• Souplantation/Sweet Tomatoes
  • Ruby Tuesday
  • Bar Louie
  • Rubio’s
  • Cici’s Pizza

Personal Bankruptcy & Protection from Creditors

For the average person, filing for bankruptcy will be much simpler than the case of someone who owns Boston Market and other restaurant chains. But whether you file for Chapter 7 bankruptcy, Chapter 13 bankruptcy, or even Chapter 11 bankruptcy, it will activate the automatic stay. The automatic stay protects bankruptcy debtors from their creditors in a plethora of ways. 

Filing for bankruptcy can stop a creditor from filing a lawsuit and put one that has already been filed on hold. If the creditor has already obtained a money judgment against the debtor, it might qualify to be cleared by a bankruptcy filing. A creditor could use that money judgment to pursue a wage garnishment or bank account levy against the debtor, which will also be stopped by the automatic stay. The automatic stay also stops repossession and foreclosures. If you are concerned about an action a creditor may take against you and want to learn if bankruptcy will help, call 602-509-0955 for your free phone consultation.

How to Choose Which Chapter to File

There are different chapters of bankruptcy to suit different debt relief needs. Most of the time, individuals will be best off using Chapter 7 or Chapter 13. Chapter 11 can be an expensive and complicated ordeal and generally requires significant involvement from creditors in the form of a creditor committee. Small businesses can bypass the creditor committee through a small business or subchapter V filing. 

A major factor in the choice between Chapter 7 and Chapter 13 is income eligibility. Chapter 7 is the most commonly filed form of consumer bankruptcy but has strict income limits. A debtor whose household income exceeds the state median for their family size will need to qualify for Chapter 7 bankruptcy through the means test. Because Chapter 13 pays off debts in a payment plan, debtors can have a higher income and still qualify where they might not qualify for Chapter 7. It also allows debtors to keep assets that might not be protected by bankruptcy exemptions in Chapter 7.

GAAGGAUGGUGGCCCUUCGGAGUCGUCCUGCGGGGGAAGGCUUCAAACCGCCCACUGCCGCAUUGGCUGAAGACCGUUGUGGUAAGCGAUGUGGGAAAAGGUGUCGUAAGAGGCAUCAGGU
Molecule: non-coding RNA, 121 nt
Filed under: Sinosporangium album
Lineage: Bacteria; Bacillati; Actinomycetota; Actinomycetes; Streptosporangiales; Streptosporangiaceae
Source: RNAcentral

When you’re behind on the payments for a secured asset (like your house or car) that you wish to keep, chapter 7 bankruptcy might not be as useful to you as Chapter 13. Chapter 7 bankruptcy will only stop a repossession or foreclosure for a few months if the debtor can’t become current on their past-due balance. Chapter 13 can make it more affordable by essentially spreading that amount out over several years. A creditor will usually have no cause to proceed with a foreclosure or repossession after the successful completion of a Chapter 13 bankruptcy. 

Countless factors can impact which type of bankruptcy will be more effective in your situation. Our skilled Arizona bankruptcy lawyers can walk you through them, free of charge, with your initial phone consultation. To schedule yours today, call 602-509-0955

Arizona Bankruptcy Lawyers with High-Quality and Caring Service

A bankruptcy filing from someone like the owner of Boston Market shows that unmanageable debt can happen to anyone. Skillful bankruptcy representation can clarify the process and reduce the risk of obstacles and delays. An accurate bankruptcy filed in compliance with Arizona and federal bankruptcy law will result in a less stressful overall experience. Our bankruptcy attorneys have years of experience representing clients all across the valley and in Tucson. We offer flexible payment plans and you may even qualify to file for zero dollars down. To learn more about the services we offer at Phoenix Bankruptcy Lawyers, call 602-509-0955 to schedule your free consultation. 


Phoenix Bankruptcy Lawyers

668 N. 44th St. Set 320
Phoenix, Arizona 85008

Phone: (602) 509-0955